VII. In its decision of 20 October 1999 the Receiving Section of the EPO acting as designated Office set out that, according to Article 48(2) and Rule 82bis.2 PCT, any designated State could, as far as that State is concerned, excuse, for reasons admitted under its national law, any delay in meeting a time limit. However, there was no time limit to be met under the PCT for filing the application documents in the prescribed language. On the other hand, the 12 month time limit for claiming the priority was excluded from restitutio by Article 122(5) EPC.

Concerning the invoked protection of legitimate expectations it pointed out that, according to Rule 82ter PCT, a designated Office could rectify the filing date only if the applicant proves to its satisfaction that the international filing date was incorrect due to an error made by the receiving Office. However, it had not been proved by the applicant that an error in according the date of filing or in cancelling the priority was made by the RO/EPO. The international application in question was filed in Munich only two days before expiry of the priority period. Since the RO/EPO is located in the branch of the EPO at the Hague, it could not be expected to identify the deficiency (ie the fact that the application was in a language not accepted by it) and to inform the applicant accordingly within two days. The deficiency was therefore not readily identifiable by the RO/EPO and not easily correctable by the applicant within the time limit. Neither made the RO/EPO an error by not applying amended Rule 19.4 PCT which did not come into force until 1 July 1998, ie after the filing of the international application.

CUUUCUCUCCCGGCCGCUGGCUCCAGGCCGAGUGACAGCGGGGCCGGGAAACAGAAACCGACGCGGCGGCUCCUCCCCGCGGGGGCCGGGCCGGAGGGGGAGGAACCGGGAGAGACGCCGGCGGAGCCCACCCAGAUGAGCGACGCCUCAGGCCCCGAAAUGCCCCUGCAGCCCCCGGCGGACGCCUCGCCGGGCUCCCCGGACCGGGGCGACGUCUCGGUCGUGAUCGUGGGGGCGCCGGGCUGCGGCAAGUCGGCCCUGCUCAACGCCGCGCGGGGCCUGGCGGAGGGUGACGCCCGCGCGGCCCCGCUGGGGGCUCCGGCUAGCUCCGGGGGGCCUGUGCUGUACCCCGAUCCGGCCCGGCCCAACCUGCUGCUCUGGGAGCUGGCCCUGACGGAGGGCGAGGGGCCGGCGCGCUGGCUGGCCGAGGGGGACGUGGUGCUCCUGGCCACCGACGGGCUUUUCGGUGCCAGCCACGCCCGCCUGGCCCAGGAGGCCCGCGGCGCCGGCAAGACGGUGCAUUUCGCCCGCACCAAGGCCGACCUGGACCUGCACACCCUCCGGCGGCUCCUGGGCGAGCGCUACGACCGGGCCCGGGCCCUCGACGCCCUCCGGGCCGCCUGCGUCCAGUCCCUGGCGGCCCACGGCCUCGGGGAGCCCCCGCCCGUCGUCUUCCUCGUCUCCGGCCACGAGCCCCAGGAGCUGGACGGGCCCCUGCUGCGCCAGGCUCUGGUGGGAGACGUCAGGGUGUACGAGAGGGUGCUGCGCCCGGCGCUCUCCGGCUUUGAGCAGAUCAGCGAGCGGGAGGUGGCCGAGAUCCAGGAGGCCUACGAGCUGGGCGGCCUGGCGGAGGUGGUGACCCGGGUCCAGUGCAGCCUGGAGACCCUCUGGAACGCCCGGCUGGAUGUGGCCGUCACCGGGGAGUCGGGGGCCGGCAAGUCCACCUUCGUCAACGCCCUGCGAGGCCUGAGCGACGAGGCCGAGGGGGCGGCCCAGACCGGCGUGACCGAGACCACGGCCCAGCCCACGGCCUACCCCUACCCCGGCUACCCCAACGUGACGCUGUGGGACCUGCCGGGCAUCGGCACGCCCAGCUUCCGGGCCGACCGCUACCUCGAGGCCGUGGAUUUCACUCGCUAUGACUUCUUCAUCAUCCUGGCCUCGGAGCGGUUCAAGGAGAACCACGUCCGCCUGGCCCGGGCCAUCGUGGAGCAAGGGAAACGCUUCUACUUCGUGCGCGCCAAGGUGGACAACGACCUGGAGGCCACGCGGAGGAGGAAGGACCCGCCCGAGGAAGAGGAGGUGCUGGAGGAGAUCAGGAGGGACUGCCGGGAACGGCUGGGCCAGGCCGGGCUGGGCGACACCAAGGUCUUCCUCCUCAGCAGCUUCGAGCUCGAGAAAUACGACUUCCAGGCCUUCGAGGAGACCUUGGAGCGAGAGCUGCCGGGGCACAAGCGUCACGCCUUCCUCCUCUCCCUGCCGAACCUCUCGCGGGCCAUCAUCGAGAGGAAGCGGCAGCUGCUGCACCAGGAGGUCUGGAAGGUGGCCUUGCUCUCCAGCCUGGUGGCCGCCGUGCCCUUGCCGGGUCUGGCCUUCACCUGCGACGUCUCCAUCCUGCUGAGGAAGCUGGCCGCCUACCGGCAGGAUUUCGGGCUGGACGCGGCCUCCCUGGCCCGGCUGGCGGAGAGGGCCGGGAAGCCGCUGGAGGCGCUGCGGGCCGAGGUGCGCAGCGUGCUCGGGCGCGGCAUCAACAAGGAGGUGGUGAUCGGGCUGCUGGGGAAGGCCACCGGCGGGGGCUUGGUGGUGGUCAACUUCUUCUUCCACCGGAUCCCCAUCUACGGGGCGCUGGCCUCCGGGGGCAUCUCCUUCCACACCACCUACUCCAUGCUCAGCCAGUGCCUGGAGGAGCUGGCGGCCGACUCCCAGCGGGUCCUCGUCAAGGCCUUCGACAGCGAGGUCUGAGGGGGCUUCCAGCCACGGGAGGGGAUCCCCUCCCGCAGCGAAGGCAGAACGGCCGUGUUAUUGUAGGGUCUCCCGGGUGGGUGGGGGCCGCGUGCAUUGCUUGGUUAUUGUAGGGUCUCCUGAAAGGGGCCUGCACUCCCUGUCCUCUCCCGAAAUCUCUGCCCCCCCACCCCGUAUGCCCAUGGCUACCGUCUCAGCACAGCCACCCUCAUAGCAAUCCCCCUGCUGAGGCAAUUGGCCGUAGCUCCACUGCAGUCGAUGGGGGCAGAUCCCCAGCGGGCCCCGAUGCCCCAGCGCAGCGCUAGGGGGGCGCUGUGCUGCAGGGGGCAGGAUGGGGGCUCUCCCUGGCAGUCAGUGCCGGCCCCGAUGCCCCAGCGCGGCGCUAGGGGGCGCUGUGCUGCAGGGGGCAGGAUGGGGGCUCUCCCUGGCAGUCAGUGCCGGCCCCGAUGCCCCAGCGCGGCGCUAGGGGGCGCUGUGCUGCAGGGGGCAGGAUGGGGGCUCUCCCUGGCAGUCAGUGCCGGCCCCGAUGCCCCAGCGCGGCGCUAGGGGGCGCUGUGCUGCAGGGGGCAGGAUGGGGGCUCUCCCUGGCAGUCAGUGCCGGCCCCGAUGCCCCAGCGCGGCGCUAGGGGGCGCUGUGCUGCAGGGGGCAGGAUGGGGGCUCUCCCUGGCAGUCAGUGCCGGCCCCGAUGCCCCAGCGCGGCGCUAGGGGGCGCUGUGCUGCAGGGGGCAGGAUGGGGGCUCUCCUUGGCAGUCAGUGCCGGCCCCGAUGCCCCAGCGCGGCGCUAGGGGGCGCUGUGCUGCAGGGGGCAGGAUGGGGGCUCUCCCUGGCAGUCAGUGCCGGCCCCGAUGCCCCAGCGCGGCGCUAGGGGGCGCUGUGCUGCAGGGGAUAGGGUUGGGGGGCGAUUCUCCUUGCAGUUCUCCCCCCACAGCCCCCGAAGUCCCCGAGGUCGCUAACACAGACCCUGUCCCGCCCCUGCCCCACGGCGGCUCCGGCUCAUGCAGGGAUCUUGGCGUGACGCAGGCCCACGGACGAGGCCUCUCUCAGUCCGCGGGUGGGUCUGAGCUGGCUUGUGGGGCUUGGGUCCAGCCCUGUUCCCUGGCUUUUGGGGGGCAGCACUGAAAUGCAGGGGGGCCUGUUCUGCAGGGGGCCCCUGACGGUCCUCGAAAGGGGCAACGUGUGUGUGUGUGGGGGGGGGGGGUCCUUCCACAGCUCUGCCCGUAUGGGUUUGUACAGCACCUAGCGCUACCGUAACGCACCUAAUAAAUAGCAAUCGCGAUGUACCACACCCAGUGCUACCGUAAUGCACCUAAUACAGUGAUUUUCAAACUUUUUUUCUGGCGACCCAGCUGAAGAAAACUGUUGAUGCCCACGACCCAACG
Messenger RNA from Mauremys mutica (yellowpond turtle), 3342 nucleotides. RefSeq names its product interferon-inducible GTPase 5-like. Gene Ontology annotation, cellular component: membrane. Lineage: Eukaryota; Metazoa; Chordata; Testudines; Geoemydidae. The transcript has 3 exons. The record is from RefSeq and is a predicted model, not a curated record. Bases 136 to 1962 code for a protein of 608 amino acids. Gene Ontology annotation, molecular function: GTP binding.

The Receiving Section also refused to treat the present application as or like a European patent application since it was filed as an international patent application to which the provisions of the PCT supplemented by the provisions of the EPC apply, the former prevailing in case of conflict.

VIII. In its notice of appeal of 16 December 1999 the appellant requests cancellation of the entire decision.